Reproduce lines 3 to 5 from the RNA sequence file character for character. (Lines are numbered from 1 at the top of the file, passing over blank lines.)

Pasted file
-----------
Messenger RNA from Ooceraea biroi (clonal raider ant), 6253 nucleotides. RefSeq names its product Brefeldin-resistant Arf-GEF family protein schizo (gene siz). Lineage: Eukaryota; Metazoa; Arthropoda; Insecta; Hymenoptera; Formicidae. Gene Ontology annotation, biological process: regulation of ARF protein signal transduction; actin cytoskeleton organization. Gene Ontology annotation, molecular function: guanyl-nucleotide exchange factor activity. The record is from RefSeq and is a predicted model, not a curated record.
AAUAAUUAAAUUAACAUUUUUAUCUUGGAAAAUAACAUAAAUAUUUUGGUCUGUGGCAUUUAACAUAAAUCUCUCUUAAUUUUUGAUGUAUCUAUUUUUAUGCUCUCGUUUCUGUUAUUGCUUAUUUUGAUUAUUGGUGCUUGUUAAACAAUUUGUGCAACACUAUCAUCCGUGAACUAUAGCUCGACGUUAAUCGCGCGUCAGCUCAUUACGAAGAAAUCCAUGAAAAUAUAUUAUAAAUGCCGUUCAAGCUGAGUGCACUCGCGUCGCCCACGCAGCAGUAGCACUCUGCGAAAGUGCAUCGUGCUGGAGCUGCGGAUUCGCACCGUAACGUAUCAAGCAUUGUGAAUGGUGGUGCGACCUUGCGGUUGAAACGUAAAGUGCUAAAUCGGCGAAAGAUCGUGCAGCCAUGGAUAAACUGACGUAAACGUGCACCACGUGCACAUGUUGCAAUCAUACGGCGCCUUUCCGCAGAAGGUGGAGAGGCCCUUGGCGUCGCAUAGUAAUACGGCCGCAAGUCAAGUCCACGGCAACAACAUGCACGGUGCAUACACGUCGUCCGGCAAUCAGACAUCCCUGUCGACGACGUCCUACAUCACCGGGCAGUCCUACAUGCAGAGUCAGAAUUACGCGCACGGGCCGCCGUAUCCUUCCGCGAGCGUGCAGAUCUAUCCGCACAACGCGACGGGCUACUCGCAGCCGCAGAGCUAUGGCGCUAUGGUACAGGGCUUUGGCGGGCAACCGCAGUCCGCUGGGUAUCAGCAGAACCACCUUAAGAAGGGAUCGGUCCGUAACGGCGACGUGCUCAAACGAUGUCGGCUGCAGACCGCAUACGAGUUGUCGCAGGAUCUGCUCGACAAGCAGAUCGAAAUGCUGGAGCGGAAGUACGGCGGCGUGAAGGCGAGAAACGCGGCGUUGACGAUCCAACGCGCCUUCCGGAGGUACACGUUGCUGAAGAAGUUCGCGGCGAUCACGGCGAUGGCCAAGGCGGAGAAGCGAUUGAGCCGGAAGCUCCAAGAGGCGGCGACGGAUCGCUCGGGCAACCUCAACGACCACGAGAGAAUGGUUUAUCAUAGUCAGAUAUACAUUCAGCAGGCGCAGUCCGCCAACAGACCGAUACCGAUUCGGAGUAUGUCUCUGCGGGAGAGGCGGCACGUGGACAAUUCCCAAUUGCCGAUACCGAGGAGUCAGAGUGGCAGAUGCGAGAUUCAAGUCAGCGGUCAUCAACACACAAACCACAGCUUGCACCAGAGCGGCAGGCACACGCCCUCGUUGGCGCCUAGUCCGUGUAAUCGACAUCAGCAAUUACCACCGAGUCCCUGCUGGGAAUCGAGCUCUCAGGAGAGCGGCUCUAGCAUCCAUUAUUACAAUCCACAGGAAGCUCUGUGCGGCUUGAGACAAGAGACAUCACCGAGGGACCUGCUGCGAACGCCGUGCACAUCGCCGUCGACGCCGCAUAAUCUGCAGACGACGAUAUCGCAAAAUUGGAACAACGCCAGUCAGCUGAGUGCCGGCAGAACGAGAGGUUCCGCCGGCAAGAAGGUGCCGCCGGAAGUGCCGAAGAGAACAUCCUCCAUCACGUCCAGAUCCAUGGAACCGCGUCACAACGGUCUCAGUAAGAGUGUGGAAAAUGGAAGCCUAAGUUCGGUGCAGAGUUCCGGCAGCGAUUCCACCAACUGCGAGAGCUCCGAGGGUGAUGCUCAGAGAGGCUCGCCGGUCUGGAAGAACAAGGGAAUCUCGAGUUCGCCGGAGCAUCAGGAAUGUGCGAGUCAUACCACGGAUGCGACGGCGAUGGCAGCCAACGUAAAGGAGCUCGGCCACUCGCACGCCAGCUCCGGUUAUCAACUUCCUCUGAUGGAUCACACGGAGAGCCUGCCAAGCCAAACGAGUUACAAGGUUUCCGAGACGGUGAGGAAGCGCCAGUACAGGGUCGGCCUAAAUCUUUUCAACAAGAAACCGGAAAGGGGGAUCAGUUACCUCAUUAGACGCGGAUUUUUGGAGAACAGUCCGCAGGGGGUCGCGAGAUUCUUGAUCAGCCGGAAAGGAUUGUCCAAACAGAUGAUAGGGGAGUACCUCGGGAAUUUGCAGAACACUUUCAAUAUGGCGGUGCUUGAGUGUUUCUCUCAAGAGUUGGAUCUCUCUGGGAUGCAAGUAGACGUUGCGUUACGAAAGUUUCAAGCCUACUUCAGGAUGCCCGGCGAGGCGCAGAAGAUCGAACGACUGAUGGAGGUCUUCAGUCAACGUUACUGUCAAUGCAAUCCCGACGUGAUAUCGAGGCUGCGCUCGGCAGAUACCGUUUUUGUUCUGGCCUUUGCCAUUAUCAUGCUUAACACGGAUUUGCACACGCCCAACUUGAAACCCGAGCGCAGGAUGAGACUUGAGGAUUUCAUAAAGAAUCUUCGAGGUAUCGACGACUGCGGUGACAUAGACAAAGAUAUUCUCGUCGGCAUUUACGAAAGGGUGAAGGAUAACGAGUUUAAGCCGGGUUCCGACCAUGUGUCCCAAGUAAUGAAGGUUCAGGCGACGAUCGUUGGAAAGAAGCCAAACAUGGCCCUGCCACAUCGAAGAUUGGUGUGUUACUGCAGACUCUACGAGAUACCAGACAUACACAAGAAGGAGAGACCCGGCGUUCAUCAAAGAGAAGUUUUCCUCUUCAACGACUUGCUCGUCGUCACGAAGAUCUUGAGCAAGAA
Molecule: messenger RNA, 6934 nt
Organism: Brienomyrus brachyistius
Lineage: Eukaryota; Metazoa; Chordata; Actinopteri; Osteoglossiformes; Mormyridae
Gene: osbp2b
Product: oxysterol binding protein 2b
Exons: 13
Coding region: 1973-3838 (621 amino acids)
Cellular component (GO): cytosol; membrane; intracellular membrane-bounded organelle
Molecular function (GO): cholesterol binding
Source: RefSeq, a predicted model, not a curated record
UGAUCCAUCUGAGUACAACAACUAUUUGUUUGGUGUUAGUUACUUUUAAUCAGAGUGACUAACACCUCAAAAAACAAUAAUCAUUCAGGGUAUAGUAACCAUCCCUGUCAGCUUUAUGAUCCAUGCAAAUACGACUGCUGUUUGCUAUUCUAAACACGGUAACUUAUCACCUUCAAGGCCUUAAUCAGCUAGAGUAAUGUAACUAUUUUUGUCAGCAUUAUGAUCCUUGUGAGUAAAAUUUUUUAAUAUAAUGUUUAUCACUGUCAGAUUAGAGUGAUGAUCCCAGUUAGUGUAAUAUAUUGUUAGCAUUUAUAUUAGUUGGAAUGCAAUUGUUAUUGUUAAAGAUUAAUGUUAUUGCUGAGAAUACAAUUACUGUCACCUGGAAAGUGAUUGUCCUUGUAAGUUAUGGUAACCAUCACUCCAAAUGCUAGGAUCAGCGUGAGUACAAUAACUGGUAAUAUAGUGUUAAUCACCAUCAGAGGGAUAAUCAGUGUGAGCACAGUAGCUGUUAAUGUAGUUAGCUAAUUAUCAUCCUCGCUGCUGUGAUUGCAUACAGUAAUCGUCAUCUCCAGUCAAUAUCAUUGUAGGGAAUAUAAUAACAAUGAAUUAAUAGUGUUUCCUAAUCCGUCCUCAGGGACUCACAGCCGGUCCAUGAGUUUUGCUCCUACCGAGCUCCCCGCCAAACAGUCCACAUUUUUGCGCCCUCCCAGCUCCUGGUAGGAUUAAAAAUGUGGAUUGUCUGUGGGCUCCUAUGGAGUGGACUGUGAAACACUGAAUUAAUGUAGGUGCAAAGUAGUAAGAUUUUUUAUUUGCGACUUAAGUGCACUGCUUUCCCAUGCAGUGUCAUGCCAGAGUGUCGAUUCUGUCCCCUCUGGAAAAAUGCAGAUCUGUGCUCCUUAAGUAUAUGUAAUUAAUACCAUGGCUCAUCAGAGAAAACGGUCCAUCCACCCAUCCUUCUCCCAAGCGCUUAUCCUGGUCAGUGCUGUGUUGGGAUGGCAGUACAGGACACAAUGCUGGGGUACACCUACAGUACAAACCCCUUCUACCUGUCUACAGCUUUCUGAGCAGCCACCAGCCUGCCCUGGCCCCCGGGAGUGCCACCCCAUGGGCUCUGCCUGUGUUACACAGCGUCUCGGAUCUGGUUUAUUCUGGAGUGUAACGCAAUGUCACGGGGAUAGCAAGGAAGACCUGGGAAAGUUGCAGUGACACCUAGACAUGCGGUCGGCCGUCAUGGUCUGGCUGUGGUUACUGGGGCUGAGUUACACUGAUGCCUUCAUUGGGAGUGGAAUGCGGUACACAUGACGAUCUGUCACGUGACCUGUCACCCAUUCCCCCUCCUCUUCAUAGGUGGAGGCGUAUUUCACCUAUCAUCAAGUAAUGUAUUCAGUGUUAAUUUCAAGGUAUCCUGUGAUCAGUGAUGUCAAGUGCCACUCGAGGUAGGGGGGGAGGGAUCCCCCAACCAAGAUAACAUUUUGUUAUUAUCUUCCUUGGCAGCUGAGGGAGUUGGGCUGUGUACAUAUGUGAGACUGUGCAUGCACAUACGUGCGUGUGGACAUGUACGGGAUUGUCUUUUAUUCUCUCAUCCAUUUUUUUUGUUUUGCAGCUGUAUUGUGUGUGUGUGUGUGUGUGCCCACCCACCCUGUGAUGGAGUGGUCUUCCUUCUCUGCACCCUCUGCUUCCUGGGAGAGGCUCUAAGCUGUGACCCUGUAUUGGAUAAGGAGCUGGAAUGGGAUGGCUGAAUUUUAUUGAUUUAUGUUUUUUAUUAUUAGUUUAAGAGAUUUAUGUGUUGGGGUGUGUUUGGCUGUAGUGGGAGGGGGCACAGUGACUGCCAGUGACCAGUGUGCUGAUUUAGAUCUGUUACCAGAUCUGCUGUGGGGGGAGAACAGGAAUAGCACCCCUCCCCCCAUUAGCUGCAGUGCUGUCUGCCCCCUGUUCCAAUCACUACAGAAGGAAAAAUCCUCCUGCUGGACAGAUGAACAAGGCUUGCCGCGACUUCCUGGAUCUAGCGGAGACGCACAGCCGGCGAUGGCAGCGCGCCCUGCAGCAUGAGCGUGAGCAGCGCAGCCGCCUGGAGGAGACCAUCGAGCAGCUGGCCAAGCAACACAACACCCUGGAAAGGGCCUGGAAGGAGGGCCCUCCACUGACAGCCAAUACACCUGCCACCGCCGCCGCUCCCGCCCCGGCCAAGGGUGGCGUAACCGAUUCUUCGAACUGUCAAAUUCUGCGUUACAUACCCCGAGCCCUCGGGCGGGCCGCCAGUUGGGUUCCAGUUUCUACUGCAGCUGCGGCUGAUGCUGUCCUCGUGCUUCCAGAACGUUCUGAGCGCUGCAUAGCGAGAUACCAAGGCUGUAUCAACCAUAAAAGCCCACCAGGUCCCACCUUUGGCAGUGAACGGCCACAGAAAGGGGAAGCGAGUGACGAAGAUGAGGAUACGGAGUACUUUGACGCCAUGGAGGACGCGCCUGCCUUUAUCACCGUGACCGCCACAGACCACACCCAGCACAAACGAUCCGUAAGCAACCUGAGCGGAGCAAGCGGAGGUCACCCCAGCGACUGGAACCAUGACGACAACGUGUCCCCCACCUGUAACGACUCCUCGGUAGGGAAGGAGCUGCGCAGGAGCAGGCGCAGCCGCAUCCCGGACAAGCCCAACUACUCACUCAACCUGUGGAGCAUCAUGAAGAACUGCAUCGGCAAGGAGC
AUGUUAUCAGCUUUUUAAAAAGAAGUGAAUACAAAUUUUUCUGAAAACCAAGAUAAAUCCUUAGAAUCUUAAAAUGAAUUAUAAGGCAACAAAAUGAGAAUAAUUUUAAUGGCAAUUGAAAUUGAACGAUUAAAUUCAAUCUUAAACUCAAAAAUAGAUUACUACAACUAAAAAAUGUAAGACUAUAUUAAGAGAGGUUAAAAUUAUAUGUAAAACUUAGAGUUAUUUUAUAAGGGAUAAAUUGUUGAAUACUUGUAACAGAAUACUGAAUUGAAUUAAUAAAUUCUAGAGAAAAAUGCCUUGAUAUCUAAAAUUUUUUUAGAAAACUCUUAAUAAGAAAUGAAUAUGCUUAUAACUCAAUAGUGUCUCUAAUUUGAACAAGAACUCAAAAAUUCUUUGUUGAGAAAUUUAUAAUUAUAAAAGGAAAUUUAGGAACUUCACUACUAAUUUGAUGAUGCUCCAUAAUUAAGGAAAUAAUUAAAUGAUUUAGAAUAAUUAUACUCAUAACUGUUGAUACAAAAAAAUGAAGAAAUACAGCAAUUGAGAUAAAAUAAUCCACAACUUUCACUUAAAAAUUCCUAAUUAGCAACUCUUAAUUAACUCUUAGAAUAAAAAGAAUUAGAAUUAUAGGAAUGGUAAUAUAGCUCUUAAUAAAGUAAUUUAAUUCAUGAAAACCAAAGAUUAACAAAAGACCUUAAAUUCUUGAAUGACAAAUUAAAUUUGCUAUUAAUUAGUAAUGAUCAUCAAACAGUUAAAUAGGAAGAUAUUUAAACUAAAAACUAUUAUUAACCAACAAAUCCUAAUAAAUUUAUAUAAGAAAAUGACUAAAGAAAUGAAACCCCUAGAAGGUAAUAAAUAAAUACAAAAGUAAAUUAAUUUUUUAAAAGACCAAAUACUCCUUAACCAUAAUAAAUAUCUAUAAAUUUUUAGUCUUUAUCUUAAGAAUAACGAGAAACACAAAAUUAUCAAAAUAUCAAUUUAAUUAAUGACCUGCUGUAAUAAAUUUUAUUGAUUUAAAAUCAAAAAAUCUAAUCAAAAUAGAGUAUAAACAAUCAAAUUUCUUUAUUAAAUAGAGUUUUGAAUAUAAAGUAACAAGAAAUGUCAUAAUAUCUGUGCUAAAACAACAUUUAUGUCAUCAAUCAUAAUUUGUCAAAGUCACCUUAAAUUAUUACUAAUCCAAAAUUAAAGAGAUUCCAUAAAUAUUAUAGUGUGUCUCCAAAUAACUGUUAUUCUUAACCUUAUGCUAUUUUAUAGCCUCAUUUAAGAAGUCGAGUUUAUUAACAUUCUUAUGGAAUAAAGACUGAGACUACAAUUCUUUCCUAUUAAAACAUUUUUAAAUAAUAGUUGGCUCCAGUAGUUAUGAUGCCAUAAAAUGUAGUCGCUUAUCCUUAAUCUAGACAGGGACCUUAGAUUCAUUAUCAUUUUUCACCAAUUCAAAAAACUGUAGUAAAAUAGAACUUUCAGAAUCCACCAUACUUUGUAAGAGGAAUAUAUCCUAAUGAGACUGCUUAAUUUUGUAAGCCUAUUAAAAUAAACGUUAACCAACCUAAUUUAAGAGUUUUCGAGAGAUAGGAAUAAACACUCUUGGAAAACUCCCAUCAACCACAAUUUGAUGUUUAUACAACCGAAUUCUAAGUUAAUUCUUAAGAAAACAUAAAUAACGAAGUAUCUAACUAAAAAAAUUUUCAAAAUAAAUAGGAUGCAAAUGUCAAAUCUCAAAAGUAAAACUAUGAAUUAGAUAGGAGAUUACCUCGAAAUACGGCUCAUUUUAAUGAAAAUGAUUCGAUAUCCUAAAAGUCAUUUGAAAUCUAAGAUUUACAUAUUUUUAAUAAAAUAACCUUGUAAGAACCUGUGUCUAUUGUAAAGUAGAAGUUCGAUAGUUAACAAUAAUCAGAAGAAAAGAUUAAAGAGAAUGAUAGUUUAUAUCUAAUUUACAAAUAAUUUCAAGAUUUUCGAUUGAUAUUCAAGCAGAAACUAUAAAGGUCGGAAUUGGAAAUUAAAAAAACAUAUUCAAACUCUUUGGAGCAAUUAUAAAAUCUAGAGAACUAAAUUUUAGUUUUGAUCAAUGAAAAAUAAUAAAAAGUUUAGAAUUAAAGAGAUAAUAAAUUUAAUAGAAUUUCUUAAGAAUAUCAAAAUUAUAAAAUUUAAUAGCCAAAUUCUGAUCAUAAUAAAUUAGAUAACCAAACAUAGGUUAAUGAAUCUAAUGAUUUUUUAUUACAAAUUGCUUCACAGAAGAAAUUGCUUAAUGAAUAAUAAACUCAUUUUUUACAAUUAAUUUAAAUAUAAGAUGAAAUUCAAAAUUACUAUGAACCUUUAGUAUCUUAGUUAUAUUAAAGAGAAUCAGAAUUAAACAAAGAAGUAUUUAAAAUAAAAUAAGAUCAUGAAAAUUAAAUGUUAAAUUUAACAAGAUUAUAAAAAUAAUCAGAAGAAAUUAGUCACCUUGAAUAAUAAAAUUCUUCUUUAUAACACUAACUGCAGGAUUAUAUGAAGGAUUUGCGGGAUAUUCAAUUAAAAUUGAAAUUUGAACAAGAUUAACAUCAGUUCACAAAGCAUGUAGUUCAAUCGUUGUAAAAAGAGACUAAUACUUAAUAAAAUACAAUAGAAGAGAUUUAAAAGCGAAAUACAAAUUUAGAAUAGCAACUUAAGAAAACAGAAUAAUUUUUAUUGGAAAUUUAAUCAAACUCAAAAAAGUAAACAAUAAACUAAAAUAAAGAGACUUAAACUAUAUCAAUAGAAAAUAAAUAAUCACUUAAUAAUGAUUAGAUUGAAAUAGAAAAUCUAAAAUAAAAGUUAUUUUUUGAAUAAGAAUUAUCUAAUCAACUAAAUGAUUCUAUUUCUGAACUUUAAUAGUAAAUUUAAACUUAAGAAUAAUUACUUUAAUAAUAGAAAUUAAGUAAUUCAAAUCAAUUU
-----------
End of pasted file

Molecule: messenger RNA, 6934 nt
Organism: Brienomyrus brachyistius
Lineage: Eukaryota; Metazoa; Chordata; Actinopteri; Osteoglossiformes; Mormyridae